Ethereum (ETH) turns four today, marking for a short, but turbulent history. Launched on July 30, 2015, the mainnet is now one of the central fixtures of the cryptocurrency ecosystem, despite setbacks.
Ethereum promised to create a world computer – and probably succeeded in a limited way. What Ethereum brought was four years of seeking solutions for distributed computing. And while newer networks appeared, Ethereum remains among the leaders in building distributed apps (dApps).
After four years, it became clear that ETH would not challenge the leadership of Bitcoin (BTC). Still, ETH remains one of the most important coins in trading, forming multiple base pairs. Around 12% of all crypto trading activity is concentrated around ETH.
Ethereum mining was also a significant source of rewards in the past years, at least until the Ethereum Foundation started to phase out the block rewards to the current level of 2 ETH per block.
Ethereum led the way for multiple developments in the crypto sector, even when its approach turned out to be mistaken or not optimal, in hindsight. The boom of ICOs and tokens based on Ethereum raised the issue of whether digital assets pass the test for unregistered securities. This led to a regulatory crackdown on ICOs, as well as the need for some projects to stay away from the US market.
Ethereum also brought with itself the first implementations of decentralized exchanges, an approach to trading that managed to balance coin ownership with liquidity and global outreach. Currently, decentralized exchanges, or DEX, still have a smaller capacity in comparison to curated markets but remain a significant addition to the crypto ecosystem.
One of the most notable additions from Ethereum was the appearance of the first crypto collectibles. The Ethereum protocol allowed the projects to create a special token standard, the ERC-271, for non-fungible tokens. Perhaps the most significant crypto collectible project was CryptoKitties, where the price of collectibles reached $100,000 for rare cats.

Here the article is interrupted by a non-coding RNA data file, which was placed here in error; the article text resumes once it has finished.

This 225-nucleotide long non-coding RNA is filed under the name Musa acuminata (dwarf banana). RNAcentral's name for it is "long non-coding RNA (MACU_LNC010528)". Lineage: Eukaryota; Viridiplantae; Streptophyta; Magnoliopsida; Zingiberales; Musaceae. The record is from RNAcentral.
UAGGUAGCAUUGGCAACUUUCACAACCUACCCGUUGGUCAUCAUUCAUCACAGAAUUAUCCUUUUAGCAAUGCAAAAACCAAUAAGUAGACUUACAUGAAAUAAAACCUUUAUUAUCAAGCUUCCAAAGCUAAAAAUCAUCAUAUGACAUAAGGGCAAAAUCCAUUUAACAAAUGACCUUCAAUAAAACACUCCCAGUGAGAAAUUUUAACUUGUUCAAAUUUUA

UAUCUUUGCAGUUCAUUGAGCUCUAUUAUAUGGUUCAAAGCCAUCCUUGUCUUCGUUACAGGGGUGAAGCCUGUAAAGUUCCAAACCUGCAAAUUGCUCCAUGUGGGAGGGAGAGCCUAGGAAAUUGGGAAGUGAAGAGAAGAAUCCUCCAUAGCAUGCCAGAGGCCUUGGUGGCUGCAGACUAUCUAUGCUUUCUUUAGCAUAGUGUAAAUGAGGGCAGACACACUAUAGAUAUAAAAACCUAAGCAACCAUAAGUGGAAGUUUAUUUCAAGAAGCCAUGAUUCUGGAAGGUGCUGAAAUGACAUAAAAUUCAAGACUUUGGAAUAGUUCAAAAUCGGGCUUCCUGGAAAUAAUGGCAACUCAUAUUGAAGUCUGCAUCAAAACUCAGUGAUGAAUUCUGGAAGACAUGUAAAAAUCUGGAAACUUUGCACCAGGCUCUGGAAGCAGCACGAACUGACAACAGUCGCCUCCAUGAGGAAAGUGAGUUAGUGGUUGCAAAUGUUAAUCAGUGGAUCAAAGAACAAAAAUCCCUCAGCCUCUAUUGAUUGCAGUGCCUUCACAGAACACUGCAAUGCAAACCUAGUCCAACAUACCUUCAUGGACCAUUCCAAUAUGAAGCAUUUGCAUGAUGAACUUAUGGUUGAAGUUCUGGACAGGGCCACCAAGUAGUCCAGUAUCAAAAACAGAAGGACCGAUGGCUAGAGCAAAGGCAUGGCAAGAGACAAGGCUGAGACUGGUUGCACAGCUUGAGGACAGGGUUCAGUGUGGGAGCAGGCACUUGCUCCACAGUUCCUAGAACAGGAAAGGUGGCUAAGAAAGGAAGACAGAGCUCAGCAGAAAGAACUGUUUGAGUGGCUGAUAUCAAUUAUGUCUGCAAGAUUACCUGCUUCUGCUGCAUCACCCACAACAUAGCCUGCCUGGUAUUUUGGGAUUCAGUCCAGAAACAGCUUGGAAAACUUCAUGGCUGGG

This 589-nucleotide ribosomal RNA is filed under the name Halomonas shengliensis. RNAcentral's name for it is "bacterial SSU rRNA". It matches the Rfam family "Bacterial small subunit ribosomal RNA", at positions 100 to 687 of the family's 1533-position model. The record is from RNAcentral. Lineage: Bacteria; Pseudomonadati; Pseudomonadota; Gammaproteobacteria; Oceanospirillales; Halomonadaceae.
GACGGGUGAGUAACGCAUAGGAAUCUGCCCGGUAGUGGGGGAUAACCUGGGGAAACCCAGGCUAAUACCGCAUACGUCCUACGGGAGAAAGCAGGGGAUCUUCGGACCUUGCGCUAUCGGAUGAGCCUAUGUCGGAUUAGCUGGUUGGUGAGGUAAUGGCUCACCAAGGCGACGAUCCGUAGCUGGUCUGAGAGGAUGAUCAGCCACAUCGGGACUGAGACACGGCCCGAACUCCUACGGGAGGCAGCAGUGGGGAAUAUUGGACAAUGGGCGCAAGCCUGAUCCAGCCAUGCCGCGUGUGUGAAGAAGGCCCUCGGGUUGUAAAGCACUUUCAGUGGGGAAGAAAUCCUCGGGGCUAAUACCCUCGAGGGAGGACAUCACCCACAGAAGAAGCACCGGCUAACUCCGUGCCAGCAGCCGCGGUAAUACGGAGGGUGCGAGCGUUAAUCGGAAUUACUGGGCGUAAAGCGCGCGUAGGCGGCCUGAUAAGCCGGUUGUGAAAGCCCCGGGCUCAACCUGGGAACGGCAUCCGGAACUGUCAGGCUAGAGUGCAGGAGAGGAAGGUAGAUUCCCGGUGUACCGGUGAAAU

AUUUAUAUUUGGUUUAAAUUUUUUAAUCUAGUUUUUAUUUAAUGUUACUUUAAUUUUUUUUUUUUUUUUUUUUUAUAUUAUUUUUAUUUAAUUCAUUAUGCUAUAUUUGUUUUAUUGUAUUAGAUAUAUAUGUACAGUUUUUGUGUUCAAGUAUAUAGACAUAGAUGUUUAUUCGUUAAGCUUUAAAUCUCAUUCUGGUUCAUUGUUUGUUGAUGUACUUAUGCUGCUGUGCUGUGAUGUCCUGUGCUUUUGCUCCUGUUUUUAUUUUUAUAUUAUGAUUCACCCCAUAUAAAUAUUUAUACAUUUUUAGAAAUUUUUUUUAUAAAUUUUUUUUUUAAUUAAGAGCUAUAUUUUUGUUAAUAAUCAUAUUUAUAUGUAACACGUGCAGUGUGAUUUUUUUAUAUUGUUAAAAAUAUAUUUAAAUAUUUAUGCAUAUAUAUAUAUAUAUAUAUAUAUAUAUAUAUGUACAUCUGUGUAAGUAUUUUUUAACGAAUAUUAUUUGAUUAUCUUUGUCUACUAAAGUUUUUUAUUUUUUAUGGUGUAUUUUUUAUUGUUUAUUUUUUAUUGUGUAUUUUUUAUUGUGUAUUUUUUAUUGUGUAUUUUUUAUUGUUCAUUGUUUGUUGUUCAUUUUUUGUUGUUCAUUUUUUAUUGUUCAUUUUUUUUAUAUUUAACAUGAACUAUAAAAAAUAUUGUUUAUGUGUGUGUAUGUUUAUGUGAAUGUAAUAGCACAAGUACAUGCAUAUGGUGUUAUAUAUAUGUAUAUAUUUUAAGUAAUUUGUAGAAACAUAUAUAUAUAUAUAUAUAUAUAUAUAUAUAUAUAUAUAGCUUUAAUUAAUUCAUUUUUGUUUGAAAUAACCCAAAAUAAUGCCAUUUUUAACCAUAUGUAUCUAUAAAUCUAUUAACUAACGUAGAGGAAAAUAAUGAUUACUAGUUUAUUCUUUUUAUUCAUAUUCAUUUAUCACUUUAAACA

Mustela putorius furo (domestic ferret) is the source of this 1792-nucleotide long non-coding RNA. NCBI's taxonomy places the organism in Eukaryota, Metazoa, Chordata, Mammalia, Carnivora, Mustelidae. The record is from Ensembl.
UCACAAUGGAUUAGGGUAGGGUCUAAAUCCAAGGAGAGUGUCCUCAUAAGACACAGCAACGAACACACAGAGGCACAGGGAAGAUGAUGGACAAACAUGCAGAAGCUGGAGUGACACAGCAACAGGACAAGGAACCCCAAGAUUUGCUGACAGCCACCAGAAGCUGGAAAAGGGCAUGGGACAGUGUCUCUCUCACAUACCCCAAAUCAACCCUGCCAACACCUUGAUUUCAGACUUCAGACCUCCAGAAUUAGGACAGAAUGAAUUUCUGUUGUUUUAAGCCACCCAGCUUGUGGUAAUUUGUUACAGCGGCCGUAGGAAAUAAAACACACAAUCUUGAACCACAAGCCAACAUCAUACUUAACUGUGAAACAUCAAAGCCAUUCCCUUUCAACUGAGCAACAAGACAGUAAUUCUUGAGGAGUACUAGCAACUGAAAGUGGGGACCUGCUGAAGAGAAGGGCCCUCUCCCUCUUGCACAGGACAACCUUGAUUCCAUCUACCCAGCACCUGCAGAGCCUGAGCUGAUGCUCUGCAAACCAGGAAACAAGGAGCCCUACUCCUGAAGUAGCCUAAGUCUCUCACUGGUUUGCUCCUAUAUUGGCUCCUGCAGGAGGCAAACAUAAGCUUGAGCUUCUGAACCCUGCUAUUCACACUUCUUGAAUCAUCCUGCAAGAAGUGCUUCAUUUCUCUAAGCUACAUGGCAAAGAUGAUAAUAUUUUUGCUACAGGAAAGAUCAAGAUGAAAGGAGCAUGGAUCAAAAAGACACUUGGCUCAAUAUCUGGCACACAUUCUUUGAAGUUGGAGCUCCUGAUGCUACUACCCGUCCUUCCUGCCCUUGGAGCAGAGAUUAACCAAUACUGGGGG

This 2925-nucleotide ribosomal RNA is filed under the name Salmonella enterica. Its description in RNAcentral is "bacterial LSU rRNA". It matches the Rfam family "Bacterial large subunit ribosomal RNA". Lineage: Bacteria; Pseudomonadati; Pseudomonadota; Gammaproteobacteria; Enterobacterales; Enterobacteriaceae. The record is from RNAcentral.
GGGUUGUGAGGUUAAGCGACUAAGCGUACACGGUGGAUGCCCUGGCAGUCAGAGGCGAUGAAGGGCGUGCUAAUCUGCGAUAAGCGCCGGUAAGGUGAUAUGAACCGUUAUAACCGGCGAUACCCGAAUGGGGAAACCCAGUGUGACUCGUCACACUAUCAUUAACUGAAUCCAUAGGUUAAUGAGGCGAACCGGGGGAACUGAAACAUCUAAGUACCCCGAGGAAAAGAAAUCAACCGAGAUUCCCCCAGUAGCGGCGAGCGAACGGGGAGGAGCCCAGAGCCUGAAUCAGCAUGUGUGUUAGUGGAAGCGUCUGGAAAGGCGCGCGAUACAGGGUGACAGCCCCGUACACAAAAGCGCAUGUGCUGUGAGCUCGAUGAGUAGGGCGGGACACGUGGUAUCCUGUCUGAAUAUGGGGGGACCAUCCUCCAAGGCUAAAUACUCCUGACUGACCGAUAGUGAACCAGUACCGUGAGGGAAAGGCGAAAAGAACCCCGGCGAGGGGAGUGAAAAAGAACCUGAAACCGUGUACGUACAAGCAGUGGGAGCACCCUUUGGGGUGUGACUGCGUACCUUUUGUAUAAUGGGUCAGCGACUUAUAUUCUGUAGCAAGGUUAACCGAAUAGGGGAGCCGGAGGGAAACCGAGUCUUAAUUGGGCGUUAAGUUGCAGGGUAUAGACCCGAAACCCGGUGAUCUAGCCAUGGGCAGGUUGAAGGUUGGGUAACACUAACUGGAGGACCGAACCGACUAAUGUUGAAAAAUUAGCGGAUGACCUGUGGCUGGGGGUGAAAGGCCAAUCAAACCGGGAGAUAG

Ethereum was influential even in its blunders. The DAO, one of the first decentralized autonomous organizations, showed what it meant to have code-based, decentralized consensus. The Ethereum network rolled back some of its history to restore the balances from before the hack – leading to the creation of Ethereum Classic (ETC), a new network where the blockchain history continued without the correction.
The most recent trend for Ethereum is the so-called DeFi, or decentralized finance. Usually, an Ethereum-based organization will offer some form of crypto-based returns. DeFi is still considered a new field, with an unknown result, and the possibility to host scams.
Speaking of scams, Ethereum has seen its share, including the almost ubiquitous ETH giveaway scam. Later, copycat scams appeared, promising giveaways of various different coins or tokens.
Over the past four years, the ETH market price fluctuated, from a price of $0.50 at the ICO to peaks near $1,500. Currently, ETH hovers around $200, based on its relatively high utility and liquidity.
ETH remains one of the most successful platforms, outpacing competitors like NEO, QTUM, Stellar and other networks promising smart contract and distributed app functionalities. Now, Ethereum is moving on to a proof-of-stake network, expecting the upgrade in early 2020. Initially, the Ethereum network was supposed to move to stake much earlier, but upgrades were delayed and mining was phased out gradually./Cryptovest.com